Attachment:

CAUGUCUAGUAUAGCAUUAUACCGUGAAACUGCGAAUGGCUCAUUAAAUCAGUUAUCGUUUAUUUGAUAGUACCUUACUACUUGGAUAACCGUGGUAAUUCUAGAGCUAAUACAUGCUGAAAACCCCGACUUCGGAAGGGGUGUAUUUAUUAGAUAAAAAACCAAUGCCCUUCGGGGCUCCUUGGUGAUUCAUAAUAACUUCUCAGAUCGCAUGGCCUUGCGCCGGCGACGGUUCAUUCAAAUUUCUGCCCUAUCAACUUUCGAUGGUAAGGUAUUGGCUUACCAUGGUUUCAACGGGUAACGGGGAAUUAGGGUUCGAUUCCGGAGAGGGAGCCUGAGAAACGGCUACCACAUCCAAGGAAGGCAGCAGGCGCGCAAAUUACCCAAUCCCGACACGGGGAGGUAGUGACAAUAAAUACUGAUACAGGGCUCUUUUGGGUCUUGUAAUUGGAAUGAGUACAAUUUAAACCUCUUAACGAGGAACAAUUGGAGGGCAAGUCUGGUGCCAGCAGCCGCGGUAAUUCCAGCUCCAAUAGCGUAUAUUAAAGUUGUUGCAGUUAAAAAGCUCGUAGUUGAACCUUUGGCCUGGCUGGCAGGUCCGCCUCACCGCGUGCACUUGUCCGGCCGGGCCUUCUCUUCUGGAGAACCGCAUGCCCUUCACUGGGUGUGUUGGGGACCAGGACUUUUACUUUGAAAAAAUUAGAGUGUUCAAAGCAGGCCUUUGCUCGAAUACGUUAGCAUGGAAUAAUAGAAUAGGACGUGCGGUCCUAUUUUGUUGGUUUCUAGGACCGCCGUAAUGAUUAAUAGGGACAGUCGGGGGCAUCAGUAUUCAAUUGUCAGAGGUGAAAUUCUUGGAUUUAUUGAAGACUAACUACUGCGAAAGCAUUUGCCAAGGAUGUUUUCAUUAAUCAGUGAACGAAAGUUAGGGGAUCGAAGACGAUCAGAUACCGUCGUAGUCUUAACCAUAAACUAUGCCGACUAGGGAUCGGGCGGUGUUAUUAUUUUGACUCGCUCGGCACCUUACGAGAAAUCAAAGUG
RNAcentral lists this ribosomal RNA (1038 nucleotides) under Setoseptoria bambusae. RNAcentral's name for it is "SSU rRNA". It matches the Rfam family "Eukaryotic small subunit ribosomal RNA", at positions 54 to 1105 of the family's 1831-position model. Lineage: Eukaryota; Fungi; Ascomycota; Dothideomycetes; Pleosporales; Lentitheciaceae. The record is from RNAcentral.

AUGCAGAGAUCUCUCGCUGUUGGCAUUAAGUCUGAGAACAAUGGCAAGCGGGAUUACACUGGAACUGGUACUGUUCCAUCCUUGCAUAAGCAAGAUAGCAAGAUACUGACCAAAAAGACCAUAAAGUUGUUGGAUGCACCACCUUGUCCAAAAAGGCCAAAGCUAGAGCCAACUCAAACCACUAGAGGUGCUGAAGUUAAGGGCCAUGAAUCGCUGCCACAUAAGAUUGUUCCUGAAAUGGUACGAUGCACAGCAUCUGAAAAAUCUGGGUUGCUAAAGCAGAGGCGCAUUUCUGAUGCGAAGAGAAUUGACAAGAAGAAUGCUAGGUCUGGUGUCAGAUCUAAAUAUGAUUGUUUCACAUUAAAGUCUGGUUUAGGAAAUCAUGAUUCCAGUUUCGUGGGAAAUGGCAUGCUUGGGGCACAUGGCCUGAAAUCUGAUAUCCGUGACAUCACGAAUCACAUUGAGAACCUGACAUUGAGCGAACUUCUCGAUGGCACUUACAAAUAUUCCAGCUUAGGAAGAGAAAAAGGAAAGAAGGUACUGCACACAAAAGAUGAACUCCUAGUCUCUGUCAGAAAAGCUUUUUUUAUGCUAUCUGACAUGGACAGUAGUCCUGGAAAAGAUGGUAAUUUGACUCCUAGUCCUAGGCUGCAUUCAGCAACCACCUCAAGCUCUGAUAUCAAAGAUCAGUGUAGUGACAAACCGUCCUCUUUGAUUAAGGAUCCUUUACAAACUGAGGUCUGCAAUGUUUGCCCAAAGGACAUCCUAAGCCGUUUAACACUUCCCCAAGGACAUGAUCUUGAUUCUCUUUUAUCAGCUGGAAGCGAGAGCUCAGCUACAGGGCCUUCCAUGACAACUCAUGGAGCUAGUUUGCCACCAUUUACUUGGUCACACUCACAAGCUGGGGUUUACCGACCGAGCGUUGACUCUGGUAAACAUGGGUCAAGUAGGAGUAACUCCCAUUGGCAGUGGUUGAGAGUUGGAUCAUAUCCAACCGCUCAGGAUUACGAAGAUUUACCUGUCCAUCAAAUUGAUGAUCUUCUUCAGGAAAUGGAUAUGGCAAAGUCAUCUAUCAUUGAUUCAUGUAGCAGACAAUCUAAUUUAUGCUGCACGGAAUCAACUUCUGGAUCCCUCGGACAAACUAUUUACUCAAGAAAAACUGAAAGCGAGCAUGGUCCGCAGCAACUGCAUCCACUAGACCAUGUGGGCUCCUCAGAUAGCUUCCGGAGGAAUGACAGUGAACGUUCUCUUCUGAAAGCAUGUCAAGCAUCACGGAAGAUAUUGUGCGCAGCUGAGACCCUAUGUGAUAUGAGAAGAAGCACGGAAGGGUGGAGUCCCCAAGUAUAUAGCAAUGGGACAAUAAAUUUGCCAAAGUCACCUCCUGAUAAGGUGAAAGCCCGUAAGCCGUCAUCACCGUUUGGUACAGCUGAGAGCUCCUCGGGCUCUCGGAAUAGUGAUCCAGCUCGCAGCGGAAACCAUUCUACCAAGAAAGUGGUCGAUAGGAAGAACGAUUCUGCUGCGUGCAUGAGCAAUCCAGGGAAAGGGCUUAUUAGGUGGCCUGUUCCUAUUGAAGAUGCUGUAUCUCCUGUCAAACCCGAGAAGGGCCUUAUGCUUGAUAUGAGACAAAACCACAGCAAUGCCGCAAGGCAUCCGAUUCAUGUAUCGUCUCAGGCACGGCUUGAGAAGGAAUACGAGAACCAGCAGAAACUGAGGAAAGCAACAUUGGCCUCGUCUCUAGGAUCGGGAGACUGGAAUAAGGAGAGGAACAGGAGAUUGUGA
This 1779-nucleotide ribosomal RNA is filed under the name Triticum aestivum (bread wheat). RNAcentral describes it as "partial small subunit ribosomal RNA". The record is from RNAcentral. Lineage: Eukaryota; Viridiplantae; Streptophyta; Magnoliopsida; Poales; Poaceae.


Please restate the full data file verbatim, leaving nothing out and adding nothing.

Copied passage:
CAUGUCUAGUAUAGCAUUAUACCGUGAAACUGCGAAUGGCUCAUUAAAUCAGUUAUCGUUUAUUUGAUAGUACCUUACUACUUGGAUAACCGUGGUAAUUCUAGAGCUAAUACAUGCUGAAAACCCCGACUUCGGAAGGGGUGUAUUUAUUAGAUAAAAAACCAAUGCCCUUCGGGGCUCCUUGGUGAUUCAUAAUAACUUCUCAGAUCGCAUGGCCUUGCGCCGGCGACGGUUCAUUCAAAUUUCUGCCCUAUCAACUUUCGAUGGUAAGGUAUUGGCUUACCAUGGUUUCAACGGGUAACGGGGAAUUAGGGUUCGAUUCCGGAGAGGGAGCCUGAGAAACGGCUACCACAUCCAAGGAAGGCAGCAGGCGCGCAAAUUACCCAAUCCCGACACGGGGAGGUAGUGACAAUAAAUACUGAUACAGGGCUCUUUUGGGUCUUGUAAUUGGAAUGAGUACAAUUUAAACCUCUUAACGAGGAACAAUUGGAGGGCAAGUCUGGUGCCAGCAGCCGCGGUAAUUCCAGCUCCAAUAGCGUAUAUUAAAGUUGUUGCAGUUAAAAAGCUCGUAGUUGAACCUUUGGCCUGGCUGGCAGGUCCGCCUCACCGCGUGCACUUGUCCGGCCGGGCCUUCUCUUCUGGAGAACCGCAUGCCCUUCACUGGGUGUGUUGGGGACCAGGACUUUUACUUUGAAAAAAUUAGAGUGUUCAAAGCAGGCCUUUGCUCGAAUACGUUAGCAUGGAAUAAUAGAAUAGGACGUGCGGUCCUAUUUUGUUGGUUUCUAGGACCGCCGUAAUGAUUAAUAGGGACAGUCGGGGGCAUCAGUAUUCAAUUGUCAGAGGUGAAAUUCUUGGAUUUAUUGAAGACUAACUACUGCGAAAGCAUUUGCCAAGGAUGUUUUCAUUAAUCAGUGAACGAAAGUUAGGGGAUCGAAGACGAUCAGAUACCGUCGUAGUCUUAACCAUAAACUAUGCCGACUAGGGAUCGGGCGGUGUUAUUAUUUUGACUCGCUCGGCACCUUACGAGAAAUCAAAGUG
RNAcentral lists this ribosomal RNA (1038 nucleotides) under Setoseptoria bambusae. RNAcentral's name for it is "SSU rRNA". It matches the Rfam family "Eukaryotic small subunit ribosomal RNA", at positions 54 to 1105 of the family's 1831-position model. Lineage: Eukaryota; Fungi; Ascomycota; Dothideomycetes; Pleosporales; Lentitheciaceae. The record is from RNAcentral.

AUGCAGAGAUCUCUCGCUGUUGGCAUUAAGUCUGAGAACAAUGGCAAGCGGGAUUACACUGGAACUGGUACUGUUCCAUCCUUGCAUAAGCAAGAUAGCAAGAUACUGACCAAAAAGACCAUAAAGUUGUUGGAUGCACCACCUUGUCCAAAAAGGCCAAAGCUAGAGCCAACUCAAACCACUAGAGGUGCUGAAGUUAAGGGCCAUGAAUCGCUGCCACAUAAGAUUGUUCCUGAAAUGGUACGAUGCACAGCAUCUGAAAAAUCUGGGUUGCUAAAGCAGAGGCGCAUUUCUGAUGCGAAGAGAAUUGACAAGAAGAAUGCUAGGUCUGGUGUCAGAUCUAAAUAUGAUUGUUUCACAUUAAAGUCUGGUUUAGGAAAUCAUGAUUCCAGUUUCGUGGGAAAUGGCAUGCUUGGGGCACAUGGCCUGAAAUCUGAUAUCCGUGACAUCACGAAUCACAUUGAGAACCUGACAUUGAGCGAACUUCUCGAUGGCACUUACAAAUAUUCCAGCUUAGGAAGAGAAAAAGGAAAGAAGGUACUGCACACAAAAGAUGAACUCCUAGUCUCUGUCAGAAAAGCUUUUUUUAUGCUAUCUGACAUGGACAGUAGUCCUGGAAAAGAUGGUAAUUUGACUCCUAGUCCUAGGCUGCAUUCAGCAACCACCUCAAGCUCUGAUAUCAAAGAUCAGUGUAGUGACAAACCGUCCUCUUUGAUUAAGGAUCCUUUACAAACUGAGGUCUGCAAUGUUUGCCCAAAGGACAUCCUAAGCCGUUUAACACUUCCCCAAGGACAUGAUCUUGAUUCUCUUUUAUCAGCUGGAAGCGAGAGCUCAGCUACAGGGCCUUCCAUGACAACUCAUGGAGCUAGUUUGCCACCAUUUACUUGGUCACACUCACAAGCUGGGGUUUACCGACCGAGCGUUGACUCUGGUAAACAUGGGUCAAGUAGGAGUAACUCCCAUUGGCAGUGGUUGAGAGUUGGAUCAUAUCCAACCGCUCAGGAUUACGAAGAUUUACCUGUCCAUCAAAUUGAUGAUCUUCUUCAGGAAAUGGAUAUGGCAAAGUCAUCUAUCAUUGAUUCAUGUAGCAGACAAUCUAAUUUAUGCUGCACGGAAUCAACUUCUGGAUCCCUCGGACAAACUAUUUACUCAAGAAAAACUGAAAGCGAGCAUGGUCCGCAGCAACUGCAUCCACUAGACCAUGUGGGCUCCUCAGAUAGCUUCCGGAGGAAUGACAGUGAACGUUCUCUUCUGAAAGCAUGUCAAGCAUCACGGAAGAUAUUGUGCGCAGCUGAGACCCUAUGUGAUAUGAGAAGAAGCACGGAAGGGUGGAGUCCCCAAGUAUAUAGCAAUGGGACAAUAAAUUUGCCAAAGUCACCUCCUGAUAAGGUGAAAGCCCGUAAGCCGUCAUCACCGUUUGGUACAGCUGAGAGCUCCUCGGGCUCUCGGAAUAGUGAUCCAGCUCGCAGCGGAAACCAUUCUACCAAGAAAGUGGUCGAUAGGAAGAACGAUUCUGCUGCGUGCAUGAGCAAUCCAGGGAAAGGGCUUAUUAGGUGGCCUGUUCCUAUUGAAGAUGCUGUAUCUCCUGUCAAACCCGAGAAGGGCCUUAUGCUUGAUAUGAGACAAAACCACAGCAAUGCCGCAAGGCAUCCGAUUCAUGUAUCGUCUCAGGCACGGCUUGAGAAGGAAUACGAGAACCAGCAGAAACUGAGGAAAGCAACAUUGGCCUCGUCUCUAGGAUCGGGAGACUGGAAUAAGGAGAGGAACAGGAGAUUGUGA
This 1779-nucleotide ribosomal RNA is filed under the name Triticum aestivum (bread wheat). RNAcentral describes it as "partial small subunit ribosomal RNA". The record is from RNAcentral. Lineage: Eukaryota; Viridiplantae; Streptophyta; Magnoliopsida; Poales; Poaceae.